Nicole Murry

PhD, RN Clinical Assistant Professor

NUR 5.151

Area:
Nursing Systems Parent/Child Public Health
Expertise:
Quality & Safety

Nicole Murry is a Clinical Assistant Professor at the School of Nursing who is passionate for both teaching and research. Her primary research interests include health literacy, coping and sleep promotion. Her early career interest in how a patient's health literacy level would impact one's ability to manage their chronic disease led her to her current role as a co-investigator in a national study of coping mechanisms among people with peripheral neuropathy. The findings of this study will provide crucial information about adaptive skills and coping behaviors when faced with uncertainty about a peripheral neuropathy diagnosis. Additionally, she is a co-investigator of a second study aimed at identifying the stressors and coping mechanisms of mothers of infants. The findings of this study will lead to the creation of a coping scale specific to postpartum women. Finally, she is fortunate to have a partnership with the Longhorn Wellness Center as they work together to create a student sleep survey to provide instant feedback to students about their sleep health and also to provide vital information to support university programming.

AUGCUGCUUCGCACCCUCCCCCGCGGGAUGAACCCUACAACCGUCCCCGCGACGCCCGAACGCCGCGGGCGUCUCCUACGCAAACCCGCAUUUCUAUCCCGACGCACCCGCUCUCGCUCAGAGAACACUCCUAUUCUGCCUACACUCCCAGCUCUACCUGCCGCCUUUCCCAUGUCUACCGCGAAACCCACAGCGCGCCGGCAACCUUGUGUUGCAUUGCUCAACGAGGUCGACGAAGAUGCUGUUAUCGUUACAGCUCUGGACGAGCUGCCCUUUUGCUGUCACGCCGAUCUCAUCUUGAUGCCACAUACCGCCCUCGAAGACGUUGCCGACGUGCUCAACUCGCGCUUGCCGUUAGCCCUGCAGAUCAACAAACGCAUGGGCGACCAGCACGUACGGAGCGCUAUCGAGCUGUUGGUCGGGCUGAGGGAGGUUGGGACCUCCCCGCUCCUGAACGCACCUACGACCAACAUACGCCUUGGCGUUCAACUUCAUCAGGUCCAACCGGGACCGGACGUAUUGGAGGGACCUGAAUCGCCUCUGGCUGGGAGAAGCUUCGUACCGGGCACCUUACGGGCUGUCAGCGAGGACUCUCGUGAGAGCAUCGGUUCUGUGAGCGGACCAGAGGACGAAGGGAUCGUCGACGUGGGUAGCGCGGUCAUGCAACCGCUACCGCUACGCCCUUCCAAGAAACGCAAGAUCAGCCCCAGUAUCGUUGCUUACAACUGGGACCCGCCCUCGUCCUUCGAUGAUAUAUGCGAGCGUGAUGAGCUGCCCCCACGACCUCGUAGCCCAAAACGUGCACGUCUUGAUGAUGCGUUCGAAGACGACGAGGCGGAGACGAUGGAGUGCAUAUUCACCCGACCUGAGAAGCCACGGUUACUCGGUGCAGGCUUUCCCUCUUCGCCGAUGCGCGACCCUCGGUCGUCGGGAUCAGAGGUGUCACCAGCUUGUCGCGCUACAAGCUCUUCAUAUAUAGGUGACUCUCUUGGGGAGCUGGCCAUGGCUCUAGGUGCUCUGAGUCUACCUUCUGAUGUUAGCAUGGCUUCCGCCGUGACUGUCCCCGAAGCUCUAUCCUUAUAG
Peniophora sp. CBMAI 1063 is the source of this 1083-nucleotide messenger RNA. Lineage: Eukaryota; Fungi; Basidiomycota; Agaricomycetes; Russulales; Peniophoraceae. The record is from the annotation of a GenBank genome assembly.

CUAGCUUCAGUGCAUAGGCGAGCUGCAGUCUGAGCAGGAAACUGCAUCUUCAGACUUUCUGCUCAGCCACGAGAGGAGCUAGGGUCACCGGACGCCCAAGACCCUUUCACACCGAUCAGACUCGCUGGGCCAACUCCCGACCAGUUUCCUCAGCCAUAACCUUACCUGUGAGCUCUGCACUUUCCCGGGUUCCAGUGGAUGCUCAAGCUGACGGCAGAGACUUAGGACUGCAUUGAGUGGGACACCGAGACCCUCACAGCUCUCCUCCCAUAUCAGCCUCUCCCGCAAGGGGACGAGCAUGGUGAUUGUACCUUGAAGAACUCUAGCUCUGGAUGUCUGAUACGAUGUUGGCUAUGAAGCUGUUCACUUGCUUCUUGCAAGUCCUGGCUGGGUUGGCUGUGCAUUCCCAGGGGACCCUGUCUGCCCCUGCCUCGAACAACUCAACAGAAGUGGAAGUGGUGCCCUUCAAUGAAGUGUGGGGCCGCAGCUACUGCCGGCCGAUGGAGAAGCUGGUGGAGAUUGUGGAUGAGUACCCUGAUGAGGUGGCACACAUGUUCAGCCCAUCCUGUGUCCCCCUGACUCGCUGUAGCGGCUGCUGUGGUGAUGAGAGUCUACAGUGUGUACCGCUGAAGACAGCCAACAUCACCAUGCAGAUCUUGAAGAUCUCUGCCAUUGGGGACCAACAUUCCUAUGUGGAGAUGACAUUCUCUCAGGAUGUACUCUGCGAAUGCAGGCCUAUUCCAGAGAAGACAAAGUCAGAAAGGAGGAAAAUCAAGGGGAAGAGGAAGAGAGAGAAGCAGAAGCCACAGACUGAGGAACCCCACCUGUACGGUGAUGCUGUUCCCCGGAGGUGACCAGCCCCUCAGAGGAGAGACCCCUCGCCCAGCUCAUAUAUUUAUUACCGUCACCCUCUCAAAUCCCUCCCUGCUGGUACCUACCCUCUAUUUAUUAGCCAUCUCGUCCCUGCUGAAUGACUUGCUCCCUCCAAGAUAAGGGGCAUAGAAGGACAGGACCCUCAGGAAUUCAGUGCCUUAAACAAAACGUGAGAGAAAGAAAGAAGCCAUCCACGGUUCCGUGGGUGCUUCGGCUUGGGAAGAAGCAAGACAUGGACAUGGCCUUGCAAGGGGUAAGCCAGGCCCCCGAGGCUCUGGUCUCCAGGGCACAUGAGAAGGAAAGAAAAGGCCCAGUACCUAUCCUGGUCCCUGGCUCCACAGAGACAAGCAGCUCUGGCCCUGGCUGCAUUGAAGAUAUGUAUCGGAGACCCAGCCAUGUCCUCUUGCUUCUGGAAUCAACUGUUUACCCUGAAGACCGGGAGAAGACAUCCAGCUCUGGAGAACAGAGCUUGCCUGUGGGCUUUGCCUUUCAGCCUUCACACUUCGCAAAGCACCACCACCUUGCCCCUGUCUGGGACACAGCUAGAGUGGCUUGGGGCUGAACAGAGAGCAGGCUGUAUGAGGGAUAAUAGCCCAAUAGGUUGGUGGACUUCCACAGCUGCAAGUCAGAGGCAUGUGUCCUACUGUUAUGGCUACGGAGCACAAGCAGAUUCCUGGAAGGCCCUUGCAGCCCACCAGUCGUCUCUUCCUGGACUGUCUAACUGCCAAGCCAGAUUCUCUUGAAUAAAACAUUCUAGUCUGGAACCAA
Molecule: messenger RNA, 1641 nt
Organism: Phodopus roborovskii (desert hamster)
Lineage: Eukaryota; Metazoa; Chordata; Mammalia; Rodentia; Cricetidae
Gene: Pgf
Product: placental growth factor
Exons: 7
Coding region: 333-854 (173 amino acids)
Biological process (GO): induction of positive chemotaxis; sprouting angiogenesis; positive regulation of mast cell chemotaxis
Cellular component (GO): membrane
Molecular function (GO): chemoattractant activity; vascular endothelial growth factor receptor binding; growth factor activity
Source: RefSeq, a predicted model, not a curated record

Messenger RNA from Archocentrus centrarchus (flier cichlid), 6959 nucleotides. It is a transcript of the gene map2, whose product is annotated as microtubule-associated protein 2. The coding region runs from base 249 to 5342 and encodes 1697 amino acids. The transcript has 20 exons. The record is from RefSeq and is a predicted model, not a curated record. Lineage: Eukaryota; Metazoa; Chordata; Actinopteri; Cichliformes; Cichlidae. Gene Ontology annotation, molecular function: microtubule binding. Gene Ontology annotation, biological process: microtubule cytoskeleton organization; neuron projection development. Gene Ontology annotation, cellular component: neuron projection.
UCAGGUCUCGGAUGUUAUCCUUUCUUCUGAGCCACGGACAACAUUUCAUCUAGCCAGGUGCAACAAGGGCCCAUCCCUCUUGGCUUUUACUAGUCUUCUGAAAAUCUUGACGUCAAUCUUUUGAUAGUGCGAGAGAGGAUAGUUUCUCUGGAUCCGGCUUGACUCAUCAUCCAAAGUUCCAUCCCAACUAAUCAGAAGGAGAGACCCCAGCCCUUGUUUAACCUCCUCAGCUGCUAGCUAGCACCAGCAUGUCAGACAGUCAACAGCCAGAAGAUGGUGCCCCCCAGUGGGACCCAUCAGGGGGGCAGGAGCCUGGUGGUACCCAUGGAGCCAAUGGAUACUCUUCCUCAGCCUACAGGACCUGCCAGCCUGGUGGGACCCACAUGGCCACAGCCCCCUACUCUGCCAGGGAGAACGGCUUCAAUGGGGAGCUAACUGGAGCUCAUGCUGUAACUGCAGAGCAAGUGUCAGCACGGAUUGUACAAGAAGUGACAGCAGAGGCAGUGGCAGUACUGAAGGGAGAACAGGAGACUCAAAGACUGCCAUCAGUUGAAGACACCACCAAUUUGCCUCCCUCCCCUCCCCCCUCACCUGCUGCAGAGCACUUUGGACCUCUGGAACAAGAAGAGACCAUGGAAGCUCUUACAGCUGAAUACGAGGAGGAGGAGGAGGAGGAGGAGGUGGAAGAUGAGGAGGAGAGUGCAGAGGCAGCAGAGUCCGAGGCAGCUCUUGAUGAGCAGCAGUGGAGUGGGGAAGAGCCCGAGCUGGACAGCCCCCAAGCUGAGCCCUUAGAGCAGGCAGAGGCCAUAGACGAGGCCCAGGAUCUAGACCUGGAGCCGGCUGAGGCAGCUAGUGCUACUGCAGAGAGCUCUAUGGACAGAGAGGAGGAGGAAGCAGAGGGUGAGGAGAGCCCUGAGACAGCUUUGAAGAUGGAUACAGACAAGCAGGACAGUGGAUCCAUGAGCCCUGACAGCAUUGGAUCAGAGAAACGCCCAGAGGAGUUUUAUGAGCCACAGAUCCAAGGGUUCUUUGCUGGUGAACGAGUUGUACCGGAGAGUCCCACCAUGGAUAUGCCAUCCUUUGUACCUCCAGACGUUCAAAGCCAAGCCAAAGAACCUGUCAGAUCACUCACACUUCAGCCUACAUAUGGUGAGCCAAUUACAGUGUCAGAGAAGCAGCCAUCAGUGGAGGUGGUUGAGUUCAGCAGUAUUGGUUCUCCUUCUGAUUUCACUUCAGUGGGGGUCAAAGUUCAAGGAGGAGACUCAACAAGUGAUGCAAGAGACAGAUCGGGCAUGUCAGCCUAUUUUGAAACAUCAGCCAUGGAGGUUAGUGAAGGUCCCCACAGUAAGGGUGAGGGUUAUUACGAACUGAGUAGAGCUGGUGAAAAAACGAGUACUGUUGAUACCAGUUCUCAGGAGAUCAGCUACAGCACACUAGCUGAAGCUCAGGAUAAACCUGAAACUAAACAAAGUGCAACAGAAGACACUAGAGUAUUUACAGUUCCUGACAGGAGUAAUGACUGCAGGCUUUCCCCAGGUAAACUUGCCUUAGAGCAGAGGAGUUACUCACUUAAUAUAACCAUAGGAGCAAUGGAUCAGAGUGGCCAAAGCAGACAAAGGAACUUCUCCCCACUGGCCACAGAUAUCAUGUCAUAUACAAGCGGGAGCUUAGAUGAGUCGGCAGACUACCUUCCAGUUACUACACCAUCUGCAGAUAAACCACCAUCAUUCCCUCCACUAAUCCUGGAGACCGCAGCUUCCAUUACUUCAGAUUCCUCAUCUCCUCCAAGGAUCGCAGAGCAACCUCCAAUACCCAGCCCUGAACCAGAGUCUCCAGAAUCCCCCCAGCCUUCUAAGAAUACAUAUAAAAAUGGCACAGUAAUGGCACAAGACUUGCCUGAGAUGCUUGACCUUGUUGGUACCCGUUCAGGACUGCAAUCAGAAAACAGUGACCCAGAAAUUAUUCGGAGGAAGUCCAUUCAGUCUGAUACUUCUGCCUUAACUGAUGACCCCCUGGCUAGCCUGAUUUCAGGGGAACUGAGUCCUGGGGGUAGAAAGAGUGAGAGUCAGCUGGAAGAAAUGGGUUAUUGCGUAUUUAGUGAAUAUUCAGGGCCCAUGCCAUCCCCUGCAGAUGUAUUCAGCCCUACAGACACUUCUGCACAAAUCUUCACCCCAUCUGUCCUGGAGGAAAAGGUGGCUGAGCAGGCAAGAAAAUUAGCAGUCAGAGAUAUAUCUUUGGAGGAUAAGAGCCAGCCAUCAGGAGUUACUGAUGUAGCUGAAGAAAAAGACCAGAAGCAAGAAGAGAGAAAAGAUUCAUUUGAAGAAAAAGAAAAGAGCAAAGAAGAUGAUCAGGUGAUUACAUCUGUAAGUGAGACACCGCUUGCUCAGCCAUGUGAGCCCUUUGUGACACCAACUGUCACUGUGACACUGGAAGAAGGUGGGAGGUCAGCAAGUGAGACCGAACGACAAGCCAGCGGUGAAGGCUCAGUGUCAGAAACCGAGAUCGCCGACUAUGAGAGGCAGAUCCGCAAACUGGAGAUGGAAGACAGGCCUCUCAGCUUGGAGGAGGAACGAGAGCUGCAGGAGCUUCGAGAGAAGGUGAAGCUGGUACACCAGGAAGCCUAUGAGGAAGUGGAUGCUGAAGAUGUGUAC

Her passion for teaching the next generation of nurses is made evident by the experiential learning techniques she incorporates into each class she teaches. For example, in a senior level undergraduate nursing course titled "Quality and Safety in Nursing Practice", students are assigned to a nursing unit in a simulated hospital and are tasked with identifying a patient safety initiative unique to that unit, researching potential solutions, then creating a feasible nursing practice proposal to present at a simulated hospital leadership committee meeting. Nicole enjoys watching her students evolve as independent problem solvers over the course of the semester. Her passion for teaching extends beyond the School of Nursing as she has the distinct honor to teach roughly 200 first-year students each fall about the mechanics, history and health benefits of sleep in an Undergraduate Studies Signature course titled: "Sleep: Are We Getting Enough?".